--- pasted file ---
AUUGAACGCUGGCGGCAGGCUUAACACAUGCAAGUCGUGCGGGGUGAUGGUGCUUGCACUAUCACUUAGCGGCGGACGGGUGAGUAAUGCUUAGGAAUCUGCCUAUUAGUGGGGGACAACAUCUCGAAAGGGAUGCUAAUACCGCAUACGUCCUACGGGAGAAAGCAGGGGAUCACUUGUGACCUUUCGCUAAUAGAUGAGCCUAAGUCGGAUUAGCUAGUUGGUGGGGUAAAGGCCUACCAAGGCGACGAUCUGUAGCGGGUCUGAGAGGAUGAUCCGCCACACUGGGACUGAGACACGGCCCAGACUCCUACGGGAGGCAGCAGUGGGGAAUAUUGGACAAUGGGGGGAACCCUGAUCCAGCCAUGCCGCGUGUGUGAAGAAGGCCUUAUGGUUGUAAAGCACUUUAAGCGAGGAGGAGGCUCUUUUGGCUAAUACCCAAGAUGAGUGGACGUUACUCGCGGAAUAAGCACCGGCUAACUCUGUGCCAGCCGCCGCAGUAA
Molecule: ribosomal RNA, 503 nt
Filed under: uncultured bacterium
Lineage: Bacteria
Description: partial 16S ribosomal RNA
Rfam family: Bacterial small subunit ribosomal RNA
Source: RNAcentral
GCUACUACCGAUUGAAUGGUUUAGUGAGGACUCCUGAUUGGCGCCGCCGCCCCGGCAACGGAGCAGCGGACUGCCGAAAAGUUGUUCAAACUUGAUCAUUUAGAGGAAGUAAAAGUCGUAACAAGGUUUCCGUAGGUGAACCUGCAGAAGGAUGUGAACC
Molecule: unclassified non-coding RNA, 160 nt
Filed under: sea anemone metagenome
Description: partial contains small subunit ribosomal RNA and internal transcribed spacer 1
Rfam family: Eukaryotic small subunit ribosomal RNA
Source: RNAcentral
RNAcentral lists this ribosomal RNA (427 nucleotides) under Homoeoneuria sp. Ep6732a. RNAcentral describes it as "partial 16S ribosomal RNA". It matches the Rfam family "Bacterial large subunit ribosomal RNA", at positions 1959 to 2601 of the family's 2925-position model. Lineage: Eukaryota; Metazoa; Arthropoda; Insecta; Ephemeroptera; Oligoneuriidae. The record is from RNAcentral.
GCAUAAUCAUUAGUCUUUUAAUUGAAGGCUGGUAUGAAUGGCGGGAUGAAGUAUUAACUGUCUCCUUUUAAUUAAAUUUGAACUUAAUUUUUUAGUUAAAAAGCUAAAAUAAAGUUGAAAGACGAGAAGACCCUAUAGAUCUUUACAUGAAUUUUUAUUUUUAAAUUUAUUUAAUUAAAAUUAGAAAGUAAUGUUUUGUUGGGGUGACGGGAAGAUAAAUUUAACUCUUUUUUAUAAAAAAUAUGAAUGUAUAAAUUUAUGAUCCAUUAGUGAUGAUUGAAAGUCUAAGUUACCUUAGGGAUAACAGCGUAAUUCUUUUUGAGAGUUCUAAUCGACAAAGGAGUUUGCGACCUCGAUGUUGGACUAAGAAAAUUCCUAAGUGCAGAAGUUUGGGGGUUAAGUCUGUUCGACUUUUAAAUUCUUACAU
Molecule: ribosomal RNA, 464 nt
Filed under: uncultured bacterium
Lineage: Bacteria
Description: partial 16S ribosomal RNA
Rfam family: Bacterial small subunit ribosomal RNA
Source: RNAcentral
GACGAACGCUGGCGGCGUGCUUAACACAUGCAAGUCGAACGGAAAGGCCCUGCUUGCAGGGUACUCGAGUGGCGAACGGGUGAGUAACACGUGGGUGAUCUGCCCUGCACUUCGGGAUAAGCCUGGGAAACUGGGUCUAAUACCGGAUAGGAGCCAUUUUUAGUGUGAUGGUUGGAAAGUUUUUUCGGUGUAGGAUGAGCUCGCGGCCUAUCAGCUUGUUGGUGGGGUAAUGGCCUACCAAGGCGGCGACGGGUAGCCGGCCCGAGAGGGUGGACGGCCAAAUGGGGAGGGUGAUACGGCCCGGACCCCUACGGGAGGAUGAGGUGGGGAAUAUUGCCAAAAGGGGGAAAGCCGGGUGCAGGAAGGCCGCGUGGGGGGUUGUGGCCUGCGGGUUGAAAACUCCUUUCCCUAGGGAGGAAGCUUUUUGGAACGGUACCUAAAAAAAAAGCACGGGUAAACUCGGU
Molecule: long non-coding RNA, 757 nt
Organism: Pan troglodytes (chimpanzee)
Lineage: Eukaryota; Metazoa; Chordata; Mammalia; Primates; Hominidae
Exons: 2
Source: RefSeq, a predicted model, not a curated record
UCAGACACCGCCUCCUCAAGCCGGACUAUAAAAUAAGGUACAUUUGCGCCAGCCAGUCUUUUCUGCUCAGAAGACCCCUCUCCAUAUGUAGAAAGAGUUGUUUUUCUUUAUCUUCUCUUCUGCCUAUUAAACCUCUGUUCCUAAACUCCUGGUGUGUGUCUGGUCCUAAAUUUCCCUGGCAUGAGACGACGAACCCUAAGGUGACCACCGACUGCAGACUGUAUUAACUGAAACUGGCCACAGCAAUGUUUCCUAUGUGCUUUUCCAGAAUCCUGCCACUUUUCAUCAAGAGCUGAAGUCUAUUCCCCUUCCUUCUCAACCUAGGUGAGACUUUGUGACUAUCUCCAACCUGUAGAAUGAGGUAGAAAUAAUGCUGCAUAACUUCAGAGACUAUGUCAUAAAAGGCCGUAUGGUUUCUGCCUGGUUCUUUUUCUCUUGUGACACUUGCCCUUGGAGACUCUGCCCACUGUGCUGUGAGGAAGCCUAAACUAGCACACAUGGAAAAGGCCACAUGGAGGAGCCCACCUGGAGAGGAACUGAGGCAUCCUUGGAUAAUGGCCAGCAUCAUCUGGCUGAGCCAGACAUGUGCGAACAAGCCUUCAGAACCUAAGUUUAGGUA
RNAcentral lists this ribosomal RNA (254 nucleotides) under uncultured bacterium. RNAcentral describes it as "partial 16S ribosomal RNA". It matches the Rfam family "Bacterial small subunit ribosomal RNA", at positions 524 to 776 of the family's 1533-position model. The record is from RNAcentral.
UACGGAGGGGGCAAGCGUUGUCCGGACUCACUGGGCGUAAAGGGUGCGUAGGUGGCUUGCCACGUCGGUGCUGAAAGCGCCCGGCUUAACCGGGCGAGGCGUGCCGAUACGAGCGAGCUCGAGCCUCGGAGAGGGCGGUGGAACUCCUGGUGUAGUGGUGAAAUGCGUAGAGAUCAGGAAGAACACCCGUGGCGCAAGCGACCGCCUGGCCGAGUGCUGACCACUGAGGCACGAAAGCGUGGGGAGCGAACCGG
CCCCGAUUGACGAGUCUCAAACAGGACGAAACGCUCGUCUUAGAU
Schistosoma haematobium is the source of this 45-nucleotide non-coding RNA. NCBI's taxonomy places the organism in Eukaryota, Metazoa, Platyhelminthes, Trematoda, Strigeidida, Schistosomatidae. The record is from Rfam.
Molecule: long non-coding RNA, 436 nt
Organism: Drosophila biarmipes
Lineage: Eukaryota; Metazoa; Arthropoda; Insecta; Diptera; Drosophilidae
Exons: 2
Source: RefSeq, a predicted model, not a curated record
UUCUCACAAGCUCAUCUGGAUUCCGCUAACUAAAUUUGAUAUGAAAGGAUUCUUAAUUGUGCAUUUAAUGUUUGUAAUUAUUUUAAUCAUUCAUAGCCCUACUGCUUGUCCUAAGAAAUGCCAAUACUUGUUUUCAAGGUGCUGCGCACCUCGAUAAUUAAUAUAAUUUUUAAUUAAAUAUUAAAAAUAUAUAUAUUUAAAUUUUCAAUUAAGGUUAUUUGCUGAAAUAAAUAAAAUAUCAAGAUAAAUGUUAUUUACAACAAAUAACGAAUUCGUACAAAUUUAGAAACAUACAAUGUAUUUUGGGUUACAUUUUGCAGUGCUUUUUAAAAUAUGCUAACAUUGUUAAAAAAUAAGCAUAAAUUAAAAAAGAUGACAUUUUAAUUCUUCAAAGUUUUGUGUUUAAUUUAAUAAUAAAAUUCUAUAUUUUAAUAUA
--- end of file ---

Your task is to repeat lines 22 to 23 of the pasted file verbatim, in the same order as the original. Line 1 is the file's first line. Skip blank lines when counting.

GACGAACGCUGGCGGCGUGCUUAACACAUGCAAGUCGAACGGAAAGGCCCUGCUUGCAGGGUACUCGAGUGGCGAACGGGUGAGUAACACGUGGGUGAUCUGCCCUGCACUUCGGGAUAAGCCUGGGAAACUGGGUCUAAUACCGGAUAGGAGCCAUUUUUAGUGUGAUGGUUGGAAAGUUUUUUCGGUGUAGGAUGAGCUCGCGGCCUAUCAGCUUGUUGGUGGGGUAAUGGCCUACCAAGGCGGCGACGGGUAGCCGGCCCGAGAGGGUGGACGGCCAAAUGGGGAGGGUGAUACGGCCCGGACCCCUACGGGAGGAUGAGGUGGGGAAUAUUGCCAAAAGGGGGAAAGCCGGGUGCAGGAAGGCCGCGUGGGGGGUUGUGGCCUGCGGGUUGAAAACUCCUUUCCCUAGGGAGGAAGCUUUUUGGAACGGUACCUAAAAAAAAAGCACGGGUAAACUCGGU
Molecule: long non-coding RNA, 757 nt